EFAR: a sustainable way to increase access to emergency care

Low and middle-income countries not only suffer the highest rates of every category of injury, they also have the highest rates of acute complications for communicable disease, maternal death and under-5 mortality (Jamison et al., 2012). Sadly these countries are the least likely to have established and effective emergency care systems.

When developing emergency care systems, lower-income countries often strive to duplicate systems from higher income countries. Implementing what has worked in high-income countries is a problematic strategy for various reasons: high-income countries have enabling infrastructure in place.  This is external from healthcare and includes roads, technology, telecommunications, and developed micro-financing/other insurance schemes.  Legislation and government policy also influences the success of the healthcare system.  Higher income countries government expenditure on healthcare is typically much higher than the expenditure in lower-income countries.

A strategy that might be more appropriate in lower-resource settings is to involve the community.  Engaging communities through the EFAR concept is a low-cost, context-appropriate strategy.  It allows for the community to bridge the gap whilst infrastructure and formal health systems are advanced.

So you might be wondering how teaching people first aid could be considered a national strategy.  There are two main differences between EFAR and first aid.  The first is that EFAR’s are integrated with the coordinated response system.  Secondly EFAR programs are designed to be context-specific and are adapted to the needs within the specific location.  This is a very different from ‘formal’ first aid courses that are designed to be generic.  EFAR training is aimed at teaching participants to manage conditions that they are likely to see within their context.  As example in Ghana out-of-hospital systems are not yet adequate, and long-distance truck drivers are likely to be on scene first.  Thus Ghanaian truck drivers were taught the basic principles when treating motor vehicle accident patients and basic scene management.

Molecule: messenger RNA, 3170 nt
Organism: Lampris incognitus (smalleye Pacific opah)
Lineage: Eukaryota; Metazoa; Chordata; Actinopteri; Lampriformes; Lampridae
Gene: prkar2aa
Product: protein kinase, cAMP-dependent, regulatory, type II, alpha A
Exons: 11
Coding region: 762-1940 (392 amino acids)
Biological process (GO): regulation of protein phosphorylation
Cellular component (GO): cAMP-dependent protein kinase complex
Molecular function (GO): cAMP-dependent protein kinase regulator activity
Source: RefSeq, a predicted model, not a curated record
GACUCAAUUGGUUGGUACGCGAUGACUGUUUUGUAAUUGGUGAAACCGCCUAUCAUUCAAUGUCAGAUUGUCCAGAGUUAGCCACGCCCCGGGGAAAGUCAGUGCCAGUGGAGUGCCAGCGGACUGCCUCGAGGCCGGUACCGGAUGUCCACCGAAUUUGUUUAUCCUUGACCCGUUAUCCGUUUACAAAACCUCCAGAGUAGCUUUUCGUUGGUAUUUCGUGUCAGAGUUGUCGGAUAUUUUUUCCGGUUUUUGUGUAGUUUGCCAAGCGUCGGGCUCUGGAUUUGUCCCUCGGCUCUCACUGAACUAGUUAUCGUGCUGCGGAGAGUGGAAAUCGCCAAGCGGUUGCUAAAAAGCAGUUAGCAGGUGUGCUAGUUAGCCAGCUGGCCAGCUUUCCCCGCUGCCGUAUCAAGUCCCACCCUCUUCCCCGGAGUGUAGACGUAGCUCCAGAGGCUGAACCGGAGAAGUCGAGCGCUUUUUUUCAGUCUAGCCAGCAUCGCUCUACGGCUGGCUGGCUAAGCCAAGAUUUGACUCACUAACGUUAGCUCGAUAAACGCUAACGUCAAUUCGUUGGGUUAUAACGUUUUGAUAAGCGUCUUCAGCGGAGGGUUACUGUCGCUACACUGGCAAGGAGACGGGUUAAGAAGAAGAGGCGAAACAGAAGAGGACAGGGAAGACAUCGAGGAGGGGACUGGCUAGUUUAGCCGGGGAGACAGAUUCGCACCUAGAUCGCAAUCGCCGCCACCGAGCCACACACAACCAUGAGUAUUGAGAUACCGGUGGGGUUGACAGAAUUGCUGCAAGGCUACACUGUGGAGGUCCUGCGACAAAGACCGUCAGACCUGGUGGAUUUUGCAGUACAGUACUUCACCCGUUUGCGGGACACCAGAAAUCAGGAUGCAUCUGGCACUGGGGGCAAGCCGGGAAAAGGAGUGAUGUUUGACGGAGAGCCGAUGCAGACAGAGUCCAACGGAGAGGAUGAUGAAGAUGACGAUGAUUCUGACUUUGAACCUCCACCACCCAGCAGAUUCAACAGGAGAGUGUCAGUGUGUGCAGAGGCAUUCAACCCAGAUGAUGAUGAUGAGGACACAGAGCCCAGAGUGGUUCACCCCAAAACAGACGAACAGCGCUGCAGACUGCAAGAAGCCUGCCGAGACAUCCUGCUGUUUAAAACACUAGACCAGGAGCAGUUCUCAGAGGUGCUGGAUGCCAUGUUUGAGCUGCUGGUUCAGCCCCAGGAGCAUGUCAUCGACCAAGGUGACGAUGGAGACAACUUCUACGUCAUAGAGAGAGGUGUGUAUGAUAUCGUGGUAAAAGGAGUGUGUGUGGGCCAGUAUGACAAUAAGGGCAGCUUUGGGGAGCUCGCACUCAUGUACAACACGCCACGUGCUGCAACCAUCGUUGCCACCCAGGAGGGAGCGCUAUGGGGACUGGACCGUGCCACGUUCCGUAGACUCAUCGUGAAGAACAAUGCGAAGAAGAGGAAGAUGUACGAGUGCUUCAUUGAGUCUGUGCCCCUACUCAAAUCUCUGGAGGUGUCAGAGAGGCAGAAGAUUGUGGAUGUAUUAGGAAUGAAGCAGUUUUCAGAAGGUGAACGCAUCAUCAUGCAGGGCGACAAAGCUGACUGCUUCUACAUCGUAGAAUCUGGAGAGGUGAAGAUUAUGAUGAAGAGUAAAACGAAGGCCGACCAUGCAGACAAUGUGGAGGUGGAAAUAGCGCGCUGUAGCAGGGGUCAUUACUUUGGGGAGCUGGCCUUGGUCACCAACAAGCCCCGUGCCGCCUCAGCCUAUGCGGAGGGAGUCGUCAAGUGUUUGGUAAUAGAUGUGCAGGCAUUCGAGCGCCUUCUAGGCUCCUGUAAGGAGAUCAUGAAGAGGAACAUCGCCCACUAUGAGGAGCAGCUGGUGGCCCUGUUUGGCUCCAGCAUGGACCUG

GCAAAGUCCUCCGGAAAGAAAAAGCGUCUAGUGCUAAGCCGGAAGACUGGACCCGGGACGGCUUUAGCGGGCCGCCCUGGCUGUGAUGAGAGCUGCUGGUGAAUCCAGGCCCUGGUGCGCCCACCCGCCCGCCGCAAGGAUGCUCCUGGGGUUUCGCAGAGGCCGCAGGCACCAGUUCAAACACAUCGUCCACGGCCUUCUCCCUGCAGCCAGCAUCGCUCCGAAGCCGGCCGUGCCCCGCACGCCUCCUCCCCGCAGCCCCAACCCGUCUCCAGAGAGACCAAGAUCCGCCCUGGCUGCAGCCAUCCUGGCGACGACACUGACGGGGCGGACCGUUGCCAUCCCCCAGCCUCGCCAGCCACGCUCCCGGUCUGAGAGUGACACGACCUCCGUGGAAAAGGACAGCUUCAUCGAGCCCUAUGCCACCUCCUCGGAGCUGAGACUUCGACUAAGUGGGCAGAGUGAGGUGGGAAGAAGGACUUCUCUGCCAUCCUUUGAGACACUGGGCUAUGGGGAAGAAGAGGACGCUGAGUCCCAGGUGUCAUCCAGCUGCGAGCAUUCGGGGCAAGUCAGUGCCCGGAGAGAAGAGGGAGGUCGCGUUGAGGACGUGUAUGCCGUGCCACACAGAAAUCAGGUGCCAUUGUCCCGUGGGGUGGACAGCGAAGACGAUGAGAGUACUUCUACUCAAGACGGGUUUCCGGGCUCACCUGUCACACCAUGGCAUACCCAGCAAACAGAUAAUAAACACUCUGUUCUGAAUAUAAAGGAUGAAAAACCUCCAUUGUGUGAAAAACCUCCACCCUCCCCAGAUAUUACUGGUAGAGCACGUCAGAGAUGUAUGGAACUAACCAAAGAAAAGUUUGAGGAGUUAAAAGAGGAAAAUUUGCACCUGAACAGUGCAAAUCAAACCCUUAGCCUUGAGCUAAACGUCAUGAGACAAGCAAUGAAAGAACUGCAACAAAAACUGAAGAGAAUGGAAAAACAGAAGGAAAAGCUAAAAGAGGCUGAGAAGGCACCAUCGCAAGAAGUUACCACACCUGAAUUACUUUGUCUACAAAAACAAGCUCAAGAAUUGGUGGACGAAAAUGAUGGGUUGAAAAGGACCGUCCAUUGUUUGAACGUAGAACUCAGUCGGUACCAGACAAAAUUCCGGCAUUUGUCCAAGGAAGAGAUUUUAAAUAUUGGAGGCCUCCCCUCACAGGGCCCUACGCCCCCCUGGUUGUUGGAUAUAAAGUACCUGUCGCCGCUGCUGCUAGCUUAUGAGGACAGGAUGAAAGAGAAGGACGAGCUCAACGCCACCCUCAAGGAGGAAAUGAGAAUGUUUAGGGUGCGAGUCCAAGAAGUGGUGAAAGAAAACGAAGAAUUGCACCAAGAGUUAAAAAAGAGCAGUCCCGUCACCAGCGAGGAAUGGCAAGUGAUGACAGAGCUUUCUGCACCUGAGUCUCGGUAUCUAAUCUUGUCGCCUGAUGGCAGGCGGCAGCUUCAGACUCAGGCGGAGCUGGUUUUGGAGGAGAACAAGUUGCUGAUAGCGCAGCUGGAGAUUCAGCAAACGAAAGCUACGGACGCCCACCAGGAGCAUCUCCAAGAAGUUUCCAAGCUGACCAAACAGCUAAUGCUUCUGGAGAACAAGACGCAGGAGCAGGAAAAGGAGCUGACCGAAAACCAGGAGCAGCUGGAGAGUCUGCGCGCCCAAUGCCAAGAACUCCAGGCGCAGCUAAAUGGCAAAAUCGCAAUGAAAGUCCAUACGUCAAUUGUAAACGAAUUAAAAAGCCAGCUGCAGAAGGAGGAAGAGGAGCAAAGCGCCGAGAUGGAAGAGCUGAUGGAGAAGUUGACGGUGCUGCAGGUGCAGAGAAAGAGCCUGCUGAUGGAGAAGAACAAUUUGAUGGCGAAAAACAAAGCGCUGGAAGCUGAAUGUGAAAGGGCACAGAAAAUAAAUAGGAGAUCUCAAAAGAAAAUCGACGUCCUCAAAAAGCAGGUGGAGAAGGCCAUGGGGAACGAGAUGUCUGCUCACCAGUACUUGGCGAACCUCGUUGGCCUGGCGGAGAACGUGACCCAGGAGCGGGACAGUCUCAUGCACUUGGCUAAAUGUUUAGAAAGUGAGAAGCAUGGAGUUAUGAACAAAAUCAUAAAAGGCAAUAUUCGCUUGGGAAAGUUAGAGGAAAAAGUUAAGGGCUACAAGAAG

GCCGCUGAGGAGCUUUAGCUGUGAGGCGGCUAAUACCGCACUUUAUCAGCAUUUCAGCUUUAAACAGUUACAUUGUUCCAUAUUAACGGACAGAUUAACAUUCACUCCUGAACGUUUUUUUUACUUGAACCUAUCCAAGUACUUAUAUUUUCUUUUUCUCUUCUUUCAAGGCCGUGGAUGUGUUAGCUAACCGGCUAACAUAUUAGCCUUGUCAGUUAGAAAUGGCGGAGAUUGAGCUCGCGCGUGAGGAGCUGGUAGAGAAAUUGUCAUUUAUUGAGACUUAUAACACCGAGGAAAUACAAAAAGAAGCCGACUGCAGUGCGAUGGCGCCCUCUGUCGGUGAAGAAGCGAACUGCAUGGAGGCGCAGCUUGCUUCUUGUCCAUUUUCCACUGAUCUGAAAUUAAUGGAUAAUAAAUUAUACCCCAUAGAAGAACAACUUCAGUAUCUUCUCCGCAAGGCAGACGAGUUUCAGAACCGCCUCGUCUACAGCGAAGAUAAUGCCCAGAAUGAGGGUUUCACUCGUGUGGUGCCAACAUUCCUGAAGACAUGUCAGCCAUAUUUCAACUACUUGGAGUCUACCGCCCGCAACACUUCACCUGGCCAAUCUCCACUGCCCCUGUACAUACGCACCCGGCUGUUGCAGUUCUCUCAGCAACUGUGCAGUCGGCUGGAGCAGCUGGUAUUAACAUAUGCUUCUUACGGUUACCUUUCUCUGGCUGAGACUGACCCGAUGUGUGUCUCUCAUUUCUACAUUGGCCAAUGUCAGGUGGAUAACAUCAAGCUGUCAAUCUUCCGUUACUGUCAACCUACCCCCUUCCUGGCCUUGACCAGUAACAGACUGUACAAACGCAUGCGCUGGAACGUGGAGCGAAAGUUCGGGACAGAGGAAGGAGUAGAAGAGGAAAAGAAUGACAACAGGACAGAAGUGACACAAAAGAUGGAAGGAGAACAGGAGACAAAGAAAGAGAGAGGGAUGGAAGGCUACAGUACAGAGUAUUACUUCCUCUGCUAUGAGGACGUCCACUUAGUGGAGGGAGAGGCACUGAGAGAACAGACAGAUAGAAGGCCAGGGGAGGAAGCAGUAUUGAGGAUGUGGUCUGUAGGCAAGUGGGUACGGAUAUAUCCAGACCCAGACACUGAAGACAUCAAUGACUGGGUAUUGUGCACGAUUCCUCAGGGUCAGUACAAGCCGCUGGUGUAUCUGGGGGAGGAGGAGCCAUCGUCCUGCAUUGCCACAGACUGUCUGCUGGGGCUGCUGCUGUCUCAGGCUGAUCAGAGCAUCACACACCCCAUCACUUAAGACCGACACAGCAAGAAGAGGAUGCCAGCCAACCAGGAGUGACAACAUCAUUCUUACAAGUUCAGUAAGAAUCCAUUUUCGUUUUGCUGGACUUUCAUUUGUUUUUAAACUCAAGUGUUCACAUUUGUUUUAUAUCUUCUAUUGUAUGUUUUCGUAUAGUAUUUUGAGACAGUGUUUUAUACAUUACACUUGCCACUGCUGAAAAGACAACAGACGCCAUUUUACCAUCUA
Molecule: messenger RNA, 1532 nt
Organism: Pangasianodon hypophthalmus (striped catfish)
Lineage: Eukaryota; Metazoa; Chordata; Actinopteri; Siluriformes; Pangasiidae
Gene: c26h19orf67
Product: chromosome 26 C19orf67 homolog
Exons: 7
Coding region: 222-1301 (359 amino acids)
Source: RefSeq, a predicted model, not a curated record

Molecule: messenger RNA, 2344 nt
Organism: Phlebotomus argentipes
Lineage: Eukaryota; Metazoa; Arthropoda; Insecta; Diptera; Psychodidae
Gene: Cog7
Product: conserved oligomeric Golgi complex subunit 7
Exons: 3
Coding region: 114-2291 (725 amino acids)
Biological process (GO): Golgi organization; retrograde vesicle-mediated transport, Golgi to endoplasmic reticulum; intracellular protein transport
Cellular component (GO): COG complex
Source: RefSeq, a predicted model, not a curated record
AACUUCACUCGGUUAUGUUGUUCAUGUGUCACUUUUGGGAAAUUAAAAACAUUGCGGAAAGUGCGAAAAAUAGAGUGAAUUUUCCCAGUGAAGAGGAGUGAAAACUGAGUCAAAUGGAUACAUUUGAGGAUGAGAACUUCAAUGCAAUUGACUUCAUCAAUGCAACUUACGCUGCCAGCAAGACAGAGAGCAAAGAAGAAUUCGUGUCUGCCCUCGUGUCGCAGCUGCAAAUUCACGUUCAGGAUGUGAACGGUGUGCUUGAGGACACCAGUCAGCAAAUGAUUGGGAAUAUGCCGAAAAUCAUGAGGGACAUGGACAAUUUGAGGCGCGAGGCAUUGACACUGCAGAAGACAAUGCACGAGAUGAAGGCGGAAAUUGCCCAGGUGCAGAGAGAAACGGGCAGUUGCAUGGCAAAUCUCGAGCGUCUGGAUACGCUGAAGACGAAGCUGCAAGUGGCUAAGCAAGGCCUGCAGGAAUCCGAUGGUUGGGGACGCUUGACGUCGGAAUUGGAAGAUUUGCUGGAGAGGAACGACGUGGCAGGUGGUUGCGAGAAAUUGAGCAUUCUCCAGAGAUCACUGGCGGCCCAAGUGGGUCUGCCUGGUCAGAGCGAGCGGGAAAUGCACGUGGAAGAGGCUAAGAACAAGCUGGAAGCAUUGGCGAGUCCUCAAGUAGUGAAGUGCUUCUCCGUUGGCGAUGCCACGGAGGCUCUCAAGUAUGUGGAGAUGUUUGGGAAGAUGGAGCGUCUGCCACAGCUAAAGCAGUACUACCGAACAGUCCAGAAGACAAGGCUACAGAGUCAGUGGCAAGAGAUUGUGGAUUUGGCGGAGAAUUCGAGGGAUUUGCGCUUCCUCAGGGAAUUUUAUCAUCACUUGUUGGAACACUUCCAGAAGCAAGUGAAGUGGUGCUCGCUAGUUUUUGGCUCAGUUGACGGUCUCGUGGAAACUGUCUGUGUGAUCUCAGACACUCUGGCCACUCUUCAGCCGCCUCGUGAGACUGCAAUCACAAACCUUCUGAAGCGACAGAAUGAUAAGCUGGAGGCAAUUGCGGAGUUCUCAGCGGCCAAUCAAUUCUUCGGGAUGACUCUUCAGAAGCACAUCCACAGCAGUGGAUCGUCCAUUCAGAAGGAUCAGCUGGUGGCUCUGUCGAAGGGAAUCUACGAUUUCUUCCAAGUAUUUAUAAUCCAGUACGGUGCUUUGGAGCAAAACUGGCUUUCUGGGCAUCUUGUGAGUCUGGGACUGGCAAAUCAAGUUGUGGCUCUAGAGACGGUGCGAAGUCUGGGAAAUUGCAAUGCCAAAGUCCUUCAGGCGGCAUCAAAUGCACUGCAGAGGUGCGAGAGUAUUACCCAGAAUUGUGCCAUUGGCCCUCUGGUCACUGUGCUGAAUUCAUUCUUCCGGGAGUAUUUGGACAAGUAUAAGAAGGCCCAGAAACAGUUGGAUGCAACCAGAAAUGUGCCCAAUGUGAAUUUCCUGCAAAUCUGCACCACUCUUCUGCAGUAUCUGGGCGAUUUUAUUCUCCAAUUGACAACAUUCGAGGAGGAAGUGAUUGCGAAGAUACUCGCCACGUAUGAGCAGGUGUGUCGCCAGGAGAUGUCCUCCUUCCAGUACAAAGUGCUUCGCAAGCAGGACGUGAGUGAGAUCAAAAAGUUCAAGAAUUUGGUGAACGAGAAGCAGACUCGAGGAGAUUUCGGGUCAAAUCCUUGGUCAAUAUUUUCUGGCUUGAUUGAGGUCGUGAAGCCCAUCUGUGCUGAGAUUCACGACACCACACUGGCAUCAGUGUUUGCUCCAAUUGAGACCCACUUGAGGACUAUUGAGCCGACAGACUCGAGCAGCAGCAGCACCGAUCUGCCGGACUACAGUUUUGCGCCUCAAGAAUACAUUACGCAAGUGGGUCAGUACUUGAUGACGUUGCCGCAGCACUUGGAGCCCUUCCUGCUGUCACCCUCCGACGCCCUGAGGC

EFAR was also implemented in the gangster-ridden areas of Manenberg and Lavender Hill in Cape Town.  Cape Town has a well-established ambulance service, however there is some difficulties responding into gangster-ridden areas and informal areas with unmarked roads etc. There have been some difficulties with sustaining EFAR in these areas and it’s been suggested that integrating the informal system into a well-developed system is trickier than when the system is not yet matured.  For example in Zambia, EFAR has been rolled out to some of the country’s most rural areas.  This project has been ongoing since 2013 and a recent site visit (formal report pending) suggests that it is functioning well.

In Cambodia and Iraq healthcare workers were trained to be ‘paramedics’.  They then trained 2 800 community members. In the first two years of the project the community members managed approximately 800 patients and the mortality rate from trauma dropped from 28.7% to 9.4%.

EFAR as a strategy to enhance the capacity of emergency care systems are a feasible solution in low-resource settings.  In fact is appears to be more feasible than copying ‘international practice’ from well-developed systems. However EFAR is a bridging strategy whilst the formal emergency system is maturing, it is not a replacement strategy.  It is a cost-effective and easily implemented method to establishing out-of-hospital capacity.


Jamison, D. et al (editors) (2006) Disease control priorities in developing countries.  NCBI bookshelf http://www.ncbi.nlm.gov/books/NBK11728/

EFAR website: http://www.efarsystem.com/

Husum H, Gilbert M, Wisborg T.  Training pre-hospital trauma care in low-income countries: the ‘Village University’ experience.  Med Teach 2003: 25: 142-148

Sun JH, et al.  A strategy to implement and support pre-hospital emergency medical systems in developing resource-constrained areas of South Africa.  Injury (2012) http://dx.doi.org/10.1016/j.injury.2012.08.015

Wisborg T, Murad M, Edvardsen O, Husum H.  Prehospital trauma system in a low-income country system maturation and adaption during 8 years.  J Trauma 2008: 64 (5)1324-1348

And it is limited to low resource settings anymore.  Scotland are rolling out a system http://bmchealthservres.biomedcentral.com/articles/10.1186/1472-6963-14-460



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